(Originally posted on Metal Music Archives)

 Ghost in the Ruins / Final Bell by SAVATAGE album cover Live, 1995
4.27 | 36 ratings

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Ghost in the Ruins / Final Bell
Savatage Progressive Metal

Review by martindavey87

3 stars 'Ghost in the Ruins' is the second official live album by American metal band Savatage. Released in 1995, it serves as a tribute to the late Criss Oliva who died in a car accident in 1993, however, it's release comes just months after the band had released 'Japan Live '94', and two live albums, both with similar set lists in such a short span tends to lessen the impact.

To be brutally honest though, while I absolutely love Savatage, and they are one of my all-time favourite bands, I've always felt that their material doesn't translate well into live albums. Sure, there's no doubt the energy of hearing these songs live is off the hook, but hearing it 'live', in album form at least, seems to lack what makes the studio versions so powerful to begin with.

I mean, the band play exceptionally, and there's a palpable chemistry between them all, and the set list is spot on, especially considering when this was recorded, but as I've touched upon, I just really can't get into this. With the likes of 'Gutter Ballet', 'When the Crowds Are Gone', 'Sirens', 'Hall of the Mountain King' and 'Of Rage and War', this album isn't a complete loss, but at the end of the day, I'd much rather listen to any of the studio albums and hear the music in all its fist-pumping studio glory.

 Edge of Thorns by SAVATAGE album cover Studio Album, 1993
4.03 | 203 ratings

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Edge of Thorns
Savatage Progressive Metal

Review by martindavey87

4 stars Highly revered by fans and often regarded as the bands finest work, 1993's 'Edge of Thorns' is a pivotal album in Savatage's discography. It's the first album to feature new vocalist Zak Stevens, with Jon Oliva stepping away from the mic to focus on keyboards and songwriting, and most notably, it's the final album to feature guitar hero and founder Criss Oliva, who was tragically killed by a drunk driver six months after the release of this album.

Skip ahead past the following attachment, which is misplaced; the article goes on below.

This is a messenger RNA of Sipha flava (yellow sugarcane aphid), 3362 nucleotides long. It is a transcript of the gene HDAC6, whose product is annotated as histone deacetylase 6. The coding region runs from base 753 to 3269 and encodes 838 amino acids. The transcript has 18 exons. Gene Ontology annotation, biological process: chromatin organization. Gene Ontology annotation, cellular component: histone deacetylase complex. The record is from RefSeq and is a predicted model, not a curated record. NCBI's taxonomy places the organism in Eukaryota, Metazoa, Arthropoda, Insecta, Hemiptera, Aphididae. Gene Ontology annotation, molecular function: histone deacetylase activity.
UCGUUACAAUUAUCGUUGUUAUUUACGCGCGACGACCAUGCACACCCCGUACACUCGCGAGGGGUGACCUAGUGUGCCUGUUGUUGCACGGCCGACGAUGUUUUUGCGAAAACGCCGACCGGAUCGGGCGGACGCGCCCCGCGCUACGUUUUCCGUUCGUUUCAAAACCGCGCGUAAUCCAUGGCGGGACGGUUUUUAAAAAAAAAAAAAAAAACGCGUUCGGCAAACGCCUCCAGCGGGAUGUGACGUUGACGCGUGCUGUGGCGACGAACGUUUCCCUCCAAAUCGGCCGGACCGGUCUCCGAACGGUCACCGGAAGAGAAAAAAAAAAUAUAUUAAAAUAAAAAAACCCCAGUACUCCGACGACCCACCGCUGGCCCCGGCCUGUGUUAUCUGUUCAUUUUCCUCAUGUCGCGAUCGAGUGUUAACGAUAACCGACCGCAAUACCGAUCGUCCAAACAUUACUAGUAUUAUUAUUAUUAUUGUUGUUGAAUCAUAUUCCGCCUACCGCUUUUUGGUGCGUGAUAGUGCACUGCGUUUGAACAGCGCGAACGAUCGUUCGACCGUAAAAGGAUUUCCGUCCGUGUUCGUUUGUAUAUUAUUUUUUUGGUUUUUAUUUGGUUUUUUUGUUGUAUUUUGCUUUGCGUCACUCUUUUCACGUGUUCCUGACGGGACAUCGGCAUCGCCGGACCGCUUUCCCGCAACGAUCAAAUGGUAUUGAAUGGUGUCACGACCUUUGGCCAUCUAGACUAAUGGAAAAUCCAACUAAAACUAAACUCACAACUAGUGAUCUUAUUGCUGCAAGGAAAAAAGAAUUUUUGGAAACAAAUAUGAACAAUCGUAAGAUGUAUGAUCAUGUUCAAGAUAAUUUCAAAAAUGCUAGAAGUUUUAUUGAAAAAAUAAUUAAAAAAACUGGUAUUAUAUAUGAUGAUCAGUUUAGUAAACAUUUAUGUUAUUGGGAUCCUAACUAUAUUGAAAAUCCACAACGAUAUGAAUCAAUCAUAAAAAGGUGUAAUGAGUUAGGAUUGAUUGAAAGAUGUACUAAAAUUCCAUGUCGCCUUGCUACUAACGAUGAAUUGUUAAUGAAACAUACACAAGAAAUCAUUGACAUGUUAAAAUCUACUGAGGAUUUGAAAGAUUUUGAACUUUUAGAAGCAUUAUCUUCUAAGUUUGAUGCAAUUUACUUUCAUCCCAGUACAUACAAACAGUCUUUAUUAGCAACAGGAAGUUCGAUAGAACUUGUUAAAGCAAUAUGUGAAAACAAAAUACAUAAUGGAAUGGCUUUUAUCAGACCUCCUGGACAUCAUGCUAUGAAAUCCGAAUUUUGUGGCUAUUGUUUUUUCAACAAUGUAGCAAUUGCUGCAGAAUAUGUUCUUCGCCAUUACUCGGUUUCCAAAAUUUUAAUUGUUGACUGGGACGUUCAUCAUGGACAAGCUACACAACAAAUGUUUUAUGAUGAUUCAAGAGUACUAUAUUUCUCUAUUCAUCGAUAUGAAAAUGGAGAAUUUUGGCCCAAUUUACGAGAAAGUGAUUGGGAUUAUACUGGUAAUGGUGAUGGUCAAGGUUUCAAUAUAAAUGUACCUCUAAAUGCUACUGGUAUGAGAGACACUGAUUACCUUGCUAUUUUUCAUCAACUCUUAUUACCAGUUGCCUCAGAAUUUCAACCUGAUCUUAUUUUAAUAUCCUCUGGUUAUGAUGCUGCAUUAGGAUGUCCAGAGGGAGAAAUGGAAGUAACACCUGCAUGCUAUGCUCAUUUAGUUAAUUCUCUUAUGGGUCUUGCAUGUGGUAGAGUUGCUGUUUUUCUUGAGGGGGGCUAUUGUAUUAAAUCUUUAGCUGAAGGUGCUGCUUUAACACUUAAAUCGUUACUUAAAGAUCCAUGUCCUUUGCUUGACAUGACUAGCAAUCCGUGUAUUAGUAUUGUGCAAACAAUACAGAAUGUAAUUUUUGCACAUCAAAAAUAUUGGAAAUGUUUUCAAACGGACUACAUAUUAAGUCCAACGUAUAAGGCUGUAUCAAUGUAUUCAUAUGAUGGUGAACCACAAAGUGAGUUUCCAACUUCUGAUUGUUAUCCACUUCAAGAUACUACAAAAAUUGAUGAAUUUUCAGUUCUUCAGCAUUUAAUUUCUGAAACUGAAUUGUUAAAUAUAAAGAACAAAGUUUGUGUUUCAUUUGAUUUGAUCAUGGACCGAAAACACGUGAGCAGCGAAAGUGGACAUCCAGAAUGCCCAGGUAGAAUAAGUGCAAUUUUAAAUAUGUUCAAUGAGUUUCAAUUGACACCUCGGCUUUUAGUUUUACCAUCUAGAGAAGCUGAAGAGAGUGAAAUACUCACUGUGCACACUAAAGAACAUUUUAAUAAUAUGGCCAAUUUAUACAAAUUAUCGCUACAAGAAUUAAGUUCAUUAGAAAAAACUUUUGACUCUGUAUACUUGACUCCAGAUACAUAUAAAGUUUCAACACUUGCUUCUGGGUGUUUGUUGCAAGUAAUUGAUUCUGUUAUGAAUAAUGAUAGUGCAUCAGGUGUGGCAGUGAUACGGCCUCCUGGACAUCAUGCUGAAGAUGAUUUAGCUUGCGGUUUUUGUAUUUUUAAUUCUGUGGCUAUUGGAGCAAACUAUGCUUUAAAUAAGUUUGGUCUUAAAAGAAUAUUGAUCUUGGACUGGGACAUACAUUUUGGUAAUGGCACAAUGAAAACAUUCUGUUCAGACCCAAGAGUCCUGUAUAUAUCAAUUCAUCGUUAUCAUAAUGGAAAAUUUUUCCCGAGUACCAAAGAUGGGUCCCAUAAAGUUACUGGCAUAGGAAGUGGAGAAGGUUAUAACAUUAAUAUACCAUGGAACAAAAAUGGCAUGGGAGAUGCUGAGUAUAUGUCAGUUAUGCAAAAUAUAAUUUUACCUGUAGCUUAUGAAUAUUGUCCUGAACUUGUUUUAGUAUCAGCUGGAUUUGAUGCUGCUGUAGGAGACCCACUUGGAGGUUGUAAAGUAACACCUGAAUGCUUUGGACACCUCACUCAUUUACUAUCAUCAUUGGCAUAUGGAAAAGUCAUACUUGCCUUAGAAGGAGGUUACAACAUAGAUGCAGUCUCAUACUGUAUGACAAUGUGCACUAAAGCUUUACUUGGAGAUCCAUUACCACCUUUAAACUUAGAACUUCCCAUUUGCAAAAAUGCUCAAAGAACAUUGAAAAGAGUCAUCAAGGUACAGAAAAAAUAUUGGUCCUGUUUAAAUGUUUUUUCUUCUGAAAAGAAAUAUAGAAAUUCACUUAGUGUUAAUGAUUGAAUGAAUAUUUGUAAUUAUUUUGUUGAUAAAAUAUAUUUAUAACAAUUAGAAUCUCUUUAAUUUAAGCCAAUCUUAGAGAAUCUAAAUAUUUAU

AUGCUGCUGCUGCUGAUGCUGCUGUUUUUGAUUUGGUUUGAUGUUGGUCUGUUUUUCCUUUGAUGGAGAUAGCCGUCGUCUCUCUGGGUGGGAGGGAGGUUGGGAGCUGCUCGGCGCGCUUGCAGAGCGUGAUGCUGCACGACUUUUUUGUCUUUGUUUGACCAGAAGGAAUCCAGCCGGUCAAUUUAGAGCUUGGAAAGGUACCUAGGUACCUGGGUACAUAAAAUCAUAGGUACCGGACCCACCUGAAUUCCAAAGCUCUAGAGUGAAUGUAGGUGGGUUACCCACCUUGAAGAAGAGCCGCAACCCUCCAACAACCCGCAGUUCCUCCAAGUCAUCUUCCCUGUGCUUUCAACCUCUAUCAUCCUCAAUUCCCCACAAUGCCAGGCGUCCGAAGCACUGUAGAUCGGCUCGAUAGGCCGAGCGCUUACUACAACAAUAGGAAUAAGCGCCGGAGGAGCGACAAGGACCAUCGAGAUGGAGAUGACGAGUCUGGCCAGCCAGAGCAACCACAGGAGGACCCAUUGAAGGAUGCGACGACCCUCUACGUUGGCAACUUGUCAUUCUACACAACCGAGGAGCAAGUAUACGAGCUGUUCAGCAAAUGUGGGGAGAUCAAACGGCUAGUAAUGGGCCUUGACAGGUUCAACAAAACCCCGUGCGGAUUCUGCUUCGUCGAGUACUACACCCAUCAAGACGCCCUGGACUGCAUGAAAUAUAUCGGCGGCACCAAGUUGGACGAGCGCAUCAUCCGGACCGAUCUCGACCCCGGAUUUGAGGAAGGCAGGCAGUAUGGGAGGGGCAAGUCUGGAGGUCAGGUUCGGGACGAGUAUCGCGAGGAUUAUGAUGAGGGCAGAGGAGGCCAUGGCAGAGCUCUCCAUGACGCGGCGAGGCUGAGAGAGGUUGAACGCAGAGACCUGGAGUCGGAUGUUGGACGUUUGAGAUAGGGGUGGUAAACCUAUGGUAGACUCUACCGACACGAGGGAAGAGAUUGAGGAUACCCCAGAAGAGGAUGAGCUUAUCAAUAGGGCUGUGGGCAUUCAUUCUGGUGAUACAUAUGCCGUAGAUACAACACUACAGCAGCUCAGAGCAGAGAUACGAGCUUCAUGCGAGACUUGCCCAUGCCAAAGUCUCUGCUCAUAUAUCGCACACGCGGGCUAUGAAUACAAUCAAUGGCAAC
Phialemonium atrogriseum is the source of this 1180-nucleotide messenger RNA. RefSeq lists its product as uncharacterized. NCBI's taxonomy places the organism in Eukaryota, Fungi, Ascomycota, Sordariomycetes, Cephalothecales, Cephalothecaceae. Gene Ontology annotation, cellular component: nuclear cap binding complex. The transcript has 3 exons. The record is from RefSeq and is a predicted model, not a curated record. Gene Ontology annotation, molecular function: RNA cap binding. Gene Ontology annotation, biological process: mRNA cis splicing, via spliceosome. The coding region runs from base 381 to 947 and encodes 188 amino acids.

It couldn't have come at a worse time for the band either. Already fighting an uphill battle against changing musical trends, the band were managing to continually improve with each release, and while following 1989's 'Gutter Ballet' and '1991's 'Streets: A Rock Opera' itself would seem a daunting task, the band rise to the challenge with this, one of their most polished and well-rounded releases to date.

With its great production and overflowing with fantastic musicianship, 'Edge of Thorns' sees the band step away slightly from the more classical leanings of their previous few releases, and focus more on a metal-tinted hard rock edge. Which is fine, as it's still a solid album full of memorable tracks. The likes of 'Edge of Thorns', 'He Carves His Stones', 'Follow Me', 'Damien', 'Lights Out' and bonus track 'Forever After' makes this one of Savatage's strongest releases.

While the band would go on to new creative heights, this was probably their commercial peak. With metal in the mainstream being completely dead by this point, any momentum the band had garnered up until now would slowly squander over the next few years, and while the 90's would see the band release some of their best and most ambitious works, at this point they would firmly enter the realm of being a cult band. 'Edge of Thorns', really is the end of one era and the start of another.

 Believe by SAVATAGE album cover Boxset/Compilation, 1998
2.00 | 3 ratings

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Believe
Savatage Progressive Metal

Review by martindavey87

2 stars 'Believe' is a 1998 compilation album by American metal band Savatage. It was only released in Japan, and focuses primarily on the bands 90's output, most notably with cuts from the studio albums 'Handful of Rain' and 'Dead Winter Dead', as well as the two live albums 'Japan Live '94' and 'Ghost in the Ruins: A Tribute to Criss Oliva'. With that in mind, while it serves its purpose well as some kind of 90's commemoration, it's a bit of pointless and uninspired release.

And what's up with that lame cover art?

Still, for what it's worth, Savatage are one of my all time favourite bands, and the material on offer here is still bloody brilliant! From hard rockers like 'Taunting Cobras' and 'Handful of Rain' to symphonic epics such as 'Chance', 'This is the Time' and 'Christmas Eve (Sarajevo 12/24)', while there are other songs from the studio albums that are missing, these are still great tracks. Plus, you get the song 'Believe' from the 'Streets' album, which is always a fan favourite.

And as for the live tracks... well, I've always been a sucker for studio albums, but still, you've got the likes of 'Edge of Thorns', 'Gutter Ballet', 'Hall of the Mountain King' and 'The Dungeons Are Calling', so there's some good stuff there too.

But as a whole, looking at this album in retrospect, it's pointless. There are other Savatage compilations that do a fantastic job of covering the bands entire career. Whereas this one is best left for the absolute, most die-hard and committed collectors, like me, and even then, I'm never going to listen to it.

Thanks to ProgLucky for the artist addition. and to Quinino for the last updates